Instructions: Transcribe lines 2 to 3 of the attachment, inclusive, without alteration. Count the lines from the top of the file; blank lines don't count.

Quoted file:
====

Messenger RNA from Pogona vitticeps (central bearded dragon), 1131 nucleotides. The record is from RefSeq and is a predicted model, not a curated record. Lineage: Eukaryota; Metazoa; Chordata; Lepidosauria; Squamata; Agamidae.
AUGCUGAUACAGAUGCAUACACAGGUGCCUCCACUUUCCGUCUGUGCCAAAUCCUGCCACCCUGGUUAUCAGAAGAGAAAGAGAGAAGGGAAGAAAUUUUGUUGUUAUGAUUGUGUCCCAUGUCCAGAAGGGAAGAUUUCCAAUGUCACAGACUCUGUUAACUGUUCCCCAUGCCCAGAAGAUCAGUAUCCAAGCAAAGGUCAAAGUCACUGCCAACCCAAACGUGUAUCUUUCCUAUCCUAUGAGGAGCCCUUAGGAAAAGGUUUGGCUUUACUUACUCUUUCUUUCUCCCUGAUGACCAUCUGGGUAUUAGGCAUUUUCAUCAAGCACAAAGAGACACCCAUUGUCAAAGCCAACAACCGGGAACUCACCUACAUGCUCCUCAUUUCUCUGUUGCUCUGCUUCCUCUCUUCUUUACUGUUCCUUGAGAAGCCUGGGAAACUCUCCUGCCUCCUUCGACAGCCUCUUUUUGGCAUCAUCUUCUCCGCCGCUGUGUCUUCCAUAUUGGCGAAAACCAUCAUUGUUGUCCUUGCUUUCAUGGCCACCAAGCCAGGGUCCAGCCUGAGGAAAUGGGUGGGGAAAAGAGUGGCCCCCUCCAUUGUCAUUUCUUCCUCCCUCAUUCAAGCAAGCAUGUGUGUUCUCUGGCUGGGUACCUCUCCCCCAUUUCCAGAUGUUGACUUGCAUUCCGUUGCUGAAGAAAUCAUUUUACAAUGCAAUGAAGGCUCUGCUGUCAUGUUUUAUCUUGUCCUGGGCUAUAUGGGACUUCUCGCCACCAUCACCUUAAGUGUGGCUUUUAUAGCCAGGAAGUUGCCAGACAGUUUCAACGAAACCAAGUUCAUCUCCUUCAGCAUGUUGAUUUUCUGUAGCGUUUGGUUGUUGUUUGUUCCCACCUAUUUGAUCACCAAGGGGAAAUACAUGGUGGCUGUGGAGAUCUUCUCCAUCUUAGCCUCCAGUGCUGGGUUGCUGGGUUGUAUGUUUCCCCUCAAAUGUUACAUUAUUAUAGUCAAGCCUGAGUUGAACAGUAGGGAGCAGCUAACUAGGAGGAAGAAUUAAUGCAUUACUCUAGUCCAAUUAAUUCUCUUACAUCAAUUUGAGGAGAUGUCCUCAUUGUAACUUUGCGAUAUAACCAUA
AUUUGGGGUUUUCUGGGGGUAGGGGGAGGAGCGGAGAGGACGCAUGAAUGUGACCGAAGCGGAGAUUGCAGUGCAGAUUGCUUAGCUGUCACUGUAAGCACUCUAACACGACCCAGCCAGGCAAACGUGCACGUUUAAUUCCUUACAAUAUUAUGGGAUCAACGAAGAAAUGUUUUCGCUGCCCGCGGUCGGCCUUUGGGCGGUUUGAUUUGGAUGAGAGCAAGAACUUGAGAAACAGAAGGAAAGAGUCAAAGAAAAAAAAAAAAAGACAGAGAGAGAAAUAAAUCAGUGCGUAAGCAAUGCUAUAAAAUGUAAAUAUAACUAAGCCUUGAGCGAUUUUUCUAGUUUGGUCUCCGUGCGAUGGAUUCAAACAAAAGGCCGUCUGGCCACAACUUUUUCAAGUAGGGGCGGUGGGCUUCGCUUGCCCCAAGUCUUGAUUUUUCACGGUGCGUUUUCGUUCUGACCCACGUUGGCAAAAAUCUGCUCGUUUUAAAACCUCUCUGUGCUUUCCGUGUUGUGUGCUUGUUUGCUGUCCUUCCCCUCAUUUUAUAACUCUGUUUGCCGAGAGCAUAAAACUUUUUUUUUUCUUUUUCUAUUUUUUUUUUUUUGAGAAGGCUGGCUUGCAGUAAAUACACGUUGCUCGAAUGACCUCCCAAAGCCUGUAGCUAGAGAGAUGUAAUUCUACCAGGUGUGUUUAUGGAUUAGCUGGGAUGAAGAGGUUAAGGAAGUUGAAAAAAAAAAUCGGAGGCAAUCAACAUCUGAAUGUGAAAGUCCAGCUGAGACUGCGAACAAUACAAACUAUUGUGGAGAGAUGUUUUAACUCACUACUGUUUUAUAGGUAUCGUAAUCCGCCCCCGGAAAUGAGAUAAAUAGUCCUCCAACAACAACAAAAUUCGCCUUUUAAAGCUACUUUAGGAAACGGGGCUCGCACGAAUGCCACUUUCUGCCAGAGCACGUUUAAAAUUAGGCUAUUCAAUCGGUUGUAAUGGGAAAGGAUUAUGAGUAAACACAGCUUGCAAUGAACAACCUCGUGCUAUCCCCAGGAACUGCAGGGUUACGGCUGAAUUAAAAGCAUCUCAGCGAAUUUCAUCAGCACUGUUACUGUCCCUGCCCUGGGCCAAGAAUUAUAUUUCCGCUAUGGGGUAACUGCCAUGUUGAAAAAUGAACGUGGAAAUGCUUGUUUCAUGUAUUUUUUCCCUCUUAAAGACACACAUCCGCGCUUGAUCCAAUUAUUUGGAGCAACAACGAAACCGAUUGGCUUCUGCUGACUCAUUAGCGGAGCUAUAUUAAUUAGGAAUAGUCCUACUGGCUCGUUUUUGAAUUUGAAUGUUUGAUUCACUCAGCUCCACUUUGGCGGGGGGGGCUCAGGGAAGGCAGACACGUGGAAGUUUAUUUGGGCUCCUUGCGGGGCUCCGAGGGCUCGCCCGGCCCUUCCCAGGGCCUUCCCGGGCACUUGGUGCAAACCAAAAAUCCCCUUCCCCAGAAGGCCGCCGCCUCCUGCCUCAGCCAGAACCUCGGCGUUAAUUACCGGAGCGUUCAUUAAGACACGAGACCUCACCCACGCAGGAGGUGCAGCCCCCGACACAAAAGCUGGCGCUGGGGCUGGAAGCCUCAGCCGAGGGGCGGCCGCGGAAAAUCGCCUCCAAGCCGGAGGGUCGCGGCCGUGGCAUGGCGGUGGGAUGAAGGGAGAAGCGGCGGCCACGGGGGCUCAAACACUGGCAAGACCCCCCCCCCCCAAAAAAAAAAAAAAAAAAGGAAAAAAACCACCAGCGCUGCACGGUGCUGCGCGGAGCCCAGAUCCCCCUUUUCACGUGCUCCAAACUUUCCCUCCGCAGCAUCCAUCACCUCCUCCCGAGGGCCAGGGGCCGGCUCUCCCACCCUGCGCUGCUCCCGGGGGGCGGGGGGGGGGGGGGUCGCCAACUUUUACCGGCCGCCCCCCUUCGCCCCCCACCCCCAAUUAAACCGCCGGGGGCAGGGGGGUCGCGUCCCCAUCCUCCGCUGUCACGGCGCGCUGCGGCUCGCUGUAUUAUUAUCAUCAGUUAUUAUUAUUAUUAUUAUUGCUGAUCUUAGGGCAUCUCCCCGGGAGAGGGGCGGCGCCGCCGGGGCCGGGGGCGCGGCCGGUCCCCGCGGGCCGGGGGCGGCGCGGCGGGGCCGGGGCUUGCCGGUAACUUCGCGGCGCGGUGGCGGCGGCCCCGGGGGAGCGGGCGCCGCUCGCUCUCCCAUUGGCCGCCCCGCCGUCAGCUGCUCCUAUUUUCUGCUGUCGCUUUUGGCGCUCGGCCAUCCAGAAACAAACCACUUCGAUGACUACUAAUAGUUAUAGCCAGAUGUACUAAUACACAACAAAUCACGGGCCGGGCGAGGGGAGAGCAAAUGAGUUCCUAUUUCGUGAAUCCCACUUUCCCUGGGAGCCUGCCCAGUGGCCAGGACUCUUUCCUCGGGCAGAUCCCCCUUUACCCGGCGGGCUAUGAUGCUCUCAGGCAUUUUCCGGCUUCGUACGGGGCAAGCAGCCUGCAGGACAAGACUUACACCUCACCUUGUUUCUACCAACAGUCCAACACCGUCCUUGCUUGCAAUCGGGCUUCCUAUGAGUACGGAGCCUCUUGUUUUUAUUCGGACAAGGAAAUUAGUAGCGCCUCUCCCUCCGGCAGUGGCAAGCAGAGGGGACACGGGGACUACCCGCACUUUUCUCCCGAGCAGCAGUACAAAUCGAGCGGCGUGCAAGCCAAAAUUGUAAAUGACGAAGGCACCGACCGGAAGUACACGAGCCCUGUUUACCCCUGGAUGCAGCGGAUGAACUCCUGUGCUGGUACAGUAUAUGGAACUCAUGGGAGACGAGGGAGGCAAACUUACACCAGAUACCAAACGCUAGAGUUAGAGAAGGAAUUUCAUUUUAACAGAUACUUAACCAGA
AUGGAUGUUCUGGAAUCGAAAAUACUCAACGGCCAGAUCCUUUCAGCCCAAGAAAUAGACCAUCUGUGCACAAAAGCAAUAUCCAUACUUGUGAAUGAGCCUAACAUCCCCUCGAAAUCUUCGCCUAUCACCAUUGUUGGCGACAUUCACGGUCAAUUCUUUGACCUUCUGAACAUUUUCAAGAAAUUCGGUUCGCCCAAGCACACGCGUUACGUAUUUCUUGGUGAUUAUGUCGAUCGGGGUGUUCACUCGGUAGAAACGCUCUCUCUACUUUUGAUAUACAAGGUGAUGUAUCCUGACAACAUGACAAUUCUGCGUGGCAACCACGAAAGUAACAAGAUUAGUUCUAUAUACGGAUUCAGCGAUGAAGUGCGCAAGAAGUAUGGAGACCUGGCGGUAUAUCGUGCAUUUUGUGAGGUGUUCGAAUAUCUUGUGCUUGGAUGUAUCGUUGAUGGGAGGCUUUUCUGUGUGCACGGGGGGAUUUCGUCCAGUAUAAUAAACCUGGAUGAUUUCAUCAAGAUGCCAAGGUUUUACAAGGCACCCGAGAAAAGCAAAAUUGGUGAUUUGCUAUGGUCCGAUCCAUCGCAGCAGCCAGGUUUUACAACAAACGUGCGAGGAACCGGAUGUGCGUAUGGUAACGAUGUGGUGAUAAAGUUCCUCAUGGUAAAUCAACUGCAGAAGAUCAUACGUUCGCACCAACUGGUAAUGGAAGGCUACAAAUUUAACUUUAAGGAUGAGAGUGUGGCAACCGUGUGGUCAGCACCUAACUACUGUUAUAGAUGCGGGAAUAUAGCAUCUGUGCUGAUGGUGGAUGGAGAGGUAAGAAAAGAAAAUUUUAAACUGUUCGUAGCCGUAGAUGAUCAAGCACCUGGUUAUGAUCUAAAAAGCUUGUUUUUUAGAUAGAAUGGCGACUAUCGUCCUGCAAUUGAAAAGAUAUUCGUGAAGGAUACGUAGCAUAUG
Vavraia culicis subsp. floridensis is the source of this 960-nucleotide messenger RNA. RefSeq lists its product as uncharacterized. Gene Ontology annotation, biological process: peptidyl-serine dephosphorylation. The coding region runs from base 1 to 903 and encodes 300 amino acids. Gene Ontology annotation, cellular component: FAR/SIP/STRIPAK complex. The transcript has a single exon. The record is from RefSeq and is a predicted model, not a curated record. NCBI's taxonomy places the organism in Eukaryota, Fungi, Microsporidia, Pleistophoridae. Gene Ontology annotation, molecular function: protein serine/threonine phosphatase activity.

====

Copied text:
AUGCUGAUACAGAUGCAUACACAGGUGCCUCCACUUUCCGUCUGUGCCAAAUCCUGCCACCCUGGUUAUCAGAAGAGAAAGAGAGAAGGGAAGAAAUUUUGUUGUUAUGAUUGUGUCCCAUGUCCAGAAGGGAAGAUUUCCAAUGUCACAGACUCUGUUAACUGUUCCCCAUGCCCAGAAGAUCAGUAUCCAAGCAAAGGUCAAAGUCACUGCCAACCCAAACGUGUAUCUUUCCUAUCCUAUGAGGAGCCCUUAGGAAAAGGUUUGGCUUUACUUACUCUUUCUUUCUCCCUGAUGACCAUCUGGGUAUUAGGCAUUUUCAUCAAGCACAAAGAGACACCCAUUGUCAAAGCCAACAACCGGGAACUCACCUACAUGCUCCUCAUUUCUCUGUUGCUCUGCUUCCUCUCUUCUUUACUGUUCCUUGAGAAGCCUGGGAAACUCUCCUGCCUCCUUCGACAGCCUCUUUUUGGCAUCAUCUUCUCCGCCGCUGUGUCUUCCAUAUUGGCGAAAACCAUCAUUGUUGUCCUUGCUUUCAUGGCCACCAAGCCAGGGUCCAGCCUGAGGAAAUGGGUGGGGAAAAGAGUGGCCCCCUCCAUUGUCAUUUCUUCCUCCCUCAUUCAAGCAAGCAUGUGUGUUCUCUGGCUGGGUACCUCUCCCCCAUUUCCAGAUGUUGACUUGCAUUCCGUUGCUGAAGAAAUCAUUUUACAAUGCAAUGAAGGCUCUGCUGUCAUGUUUUAUCUUGUCCUGGGCUAUAUGGGACUUCUCGCCACCAUCACCUUAAGUGUGGCUUUUAUAGCCAGGAAGUUGCCAGACAGUUUCAACGAAACCAAGUUCAUCUCCUUCAGCAUGUUGAUUUUCUGUAGCGUUUGGUUGUUGUUUGUUCCCACCUAUUUGAUCACCAAGGGGAAAUACAUGGUGGCUGUGGAGAUCUUCUCCAUCUUAGCCUCCAGUGCUGGGUUGCUGGGUUGUAUGUUUCCCCUCAAAUGUUACAUUAUUAUAGUCAAGCCUGAGUUGAACAGUAGGGAGCAGCUAACUAGGAGGAAGAAUUAAUGCAUUACUCUAGUCCAAUUAAUUCUCUUACAUCAAUUUGAGGAGAUGUCCUCAUUGUAACUUUGCGAUAUAACCAUA
AUUUGGGGUUUUCUGGGGGUAGGGGGAGGAGCGGAGAGGACGCAUGAAUGUGACCGAAGCGGAGAUUGCAGUGCAGAUUGCUUAGCUGUCACUGUAAGCACUCUAACACGACCCAGCCAGGCAAACGUGCACGUUUAAUUCCUUACAAUAUUAUGGGAUCAACGAAGAAAUGUUUUCGCUGCCCGCGGUCGGCCUUUGGGCGGUUUGAUUUGGAUGAGAGCAAGAACUUGAGAAACAGAAGGAAAGAGUCAAAGAAAAAAAAAAAAAGACAGAGAGAGAAAUAAAUCAGUGCGUAAGCAAUGCUAUAAAAUGUAAAUAUAACUAAGCCUUGAGCGAUUUUUCUAGUUUGGUCUCCGUGCGAUGGAUUCAAACAAAAGGCCGUCUGGCCACAACUUUUUCAAGUAGGGGCGGUGGGCUUCGCUUGCCCCAAGUCUUGAUUUUUCACGGUGCGUUUUCGUUCUGACCCACGUUGGCAAAAAUCUGCUCGUUUUAAAACCUCUCUGUGCUUUCCGUGUUGUGUGCUUGUUUGCUGUCCUUCCCCUCAUUUUAUAACUCUGUUUGCCGAGAGCAUAAAACUUUUUUUUUUCUUUUUCUAUUUUUUUUUUUUUGAGAAGGCUGGCUUGCAGUAAAUACACGUUGCUCGAAUGACCUCCCAAAGCCUGUAGCUAGAGAGAUGUAAUUCUACCAGGUGUGUUUAUGGAUUAGCUGGGAUGAAGAGGUUAAGGAAGUUGAAAAAAAAAAUCGGAGGCAAUCAACAUCUGAAUGUGAAAGUCCAGCUGAGACUGCGAACAAUACAAACUAUUGUGGAGAGAUGUUUUAACUCACUACUGUUUUAUAGGUAUCGUAAUCCGCCCCCGGAAAUGAGAUAAAUAGUCCUCCAACAACAACAAAAUUCGCCUUUUAAAGCUACUUUAGGAAACGGGGCUCGCACGAAUGCCACUUUCUGCCAGAGCACGUUUAAAAUUAGGCUAUUCAAUCGGUUGUAAUGGGAAAGGAUUAUGAGUAAACACAGCUUGCAAUGAACAACCUCGUGCUAUCCCCAGGAACUGCAGGGUUACGGCUGAAUUAAAAGCAUCUCAGCGAAUUUCAUCAGCACUGUUACUGUCCCUGCCCUGGGCCAAGAAUUAUAUUUCCGCUAUGGGGUAACUGCCAUGUUGAAAAAUGAACGUGGAAAUGCUUGUUUCAUGUAUUUUUUCCCUCUUAAAGACACACAUCCGCGCUUGAUCCAAUUAUUUGGAGCAACAACGAAACCGAUUGGCUUCUGCUGACUCAUUAGCGGAGCUAUAUUAAUUAGGAAUAGUCCUACUGGCUCGUUUUUGAAUUUGAAUGUUUGAUUCACUCAGCUCCACUUUGGCGGGGGGGGCUCAGGGAAGGCAGACACGUGGAAGUUUAUUUGGGCUCCUUGCGGGGCUCCGAGGGCUCGCCCGGCCCUUCCCAGGGCCUUCCCGGGCACUUGGUGCAAACCAAAAAUCCCCUUCCCCAGAAGGCCGCCGCCUCCUGCCUCAGCCAGAACCUCGGCGUUAAUUACCGGAGCGUUCAUUAAGACACGAGACCUCACCCACGCAGGAGGUGCAGCCCCCGACACAAAAGCUGGCGCUGGGGCUGGAAGCCUCAGCCGAGGGGCGGCCGCGGAAAAUCGCCUCCAAGCCGGAGGGUCGCGGCCGUGGCAUGGCGGUGGGAUGAAGGGAGAAGCGGCGGCCACGGGGGCUCAAACACUGGCAAGACCCCCCCCCCCCAAAAAAAAAAAAAAAAAAGGAAAAAAACCACCAGCGCUGCACGGUGCUGCGCGGAGCCCAGAUCCCCCUUUUCACGUGCUCCAAACUUUCCCUCCGCAGCAUCCAUCACCUCCUCCCGAGGGCCAGGGGCCGGCUCUCCCACCCUGCGCUGCUCCCGGGGGGCGGGGGGGGGGGGGGUCGCCAACUUUUACCGGCCGCCCCCCUUCGCCCCCCACCCCCAAUUAAACCGCCGGGGGCAGGGGGGUCGCGUCCCCAUCCUCCGCUGUCACGGCGCGCUGCGGCUCGCUGUAUUAUUAUCAUCAGUUAUUAUUAUUAUUAUUAUUGCUGAUCUUAGGGCAUCUCCCCGGGAGAGGGGCGGCGCCGCCGGGGCCGGGGGCGCGGCCGGUCCCCGCGGGCCGGGGGCGGCGCGGCGGGGCCGGGGCUUGCCGGUAACUUCGCGGCGCGGUGGCGGCGGCCCCGGGGGAGCGGGCGCCGCUCGCUCUCCCAUUGGCCGCCCCGCCGUCAGCUGCUCCUAUUUUCUGCUGUCGCUUUUGGCGCUCGGCCAUCCAGAAACAAACCACUUCGAUGACUACUAAUAGUUAUAGCCAGAUGUACUAAUACACAACAAAUCACGGGCCGGGCGAGGGGAGAGCAAAUGAGUUCCUAUUUCGUGAAUCCCACUUUCCCUGGGAGCCUGCCCAGUGGCCAGGACUCUUUCCUCGGGCAGAUCCCCCUUUACCCGGCGGGCUAUGAUGCUCUCAGGCAUUUUCCGGCUUCGUACGGGGCAAGCAGCCUGCAGGACAAGACUUACACCUCACCUUGUUUCUACCAACAGUCCAACACCGUCCUUGCUUGCAAUCGGGCUUCCUAUGAGUACGGAGCCUCUUGUUUUUAUUCGGACAAGGAAAUUAGUAGCGCCUCUCCCUCCGGCAGUGGCAAGCAGAGGGGACACGGGGACUACCCGCACUUUUCUCCCGAGCAGCAGUACAAAUCGAGCGGCGUGCAAGCCAAAAUUGUAAAUGACGAAGGCACCGACCGGAAGUACACGAGCCCUGUUUACCCCUGGAUGCAGCGGAUGAACUCCUGUGCUGGUACAGUAUAUGGAACUCAUGGGAGACGAGGGAGGCAAACUUACACCAGAUACCAAACGCUAGAGUUAGAGAAGGAAUUUCAUUUUAACAGAUACUUAACCAGA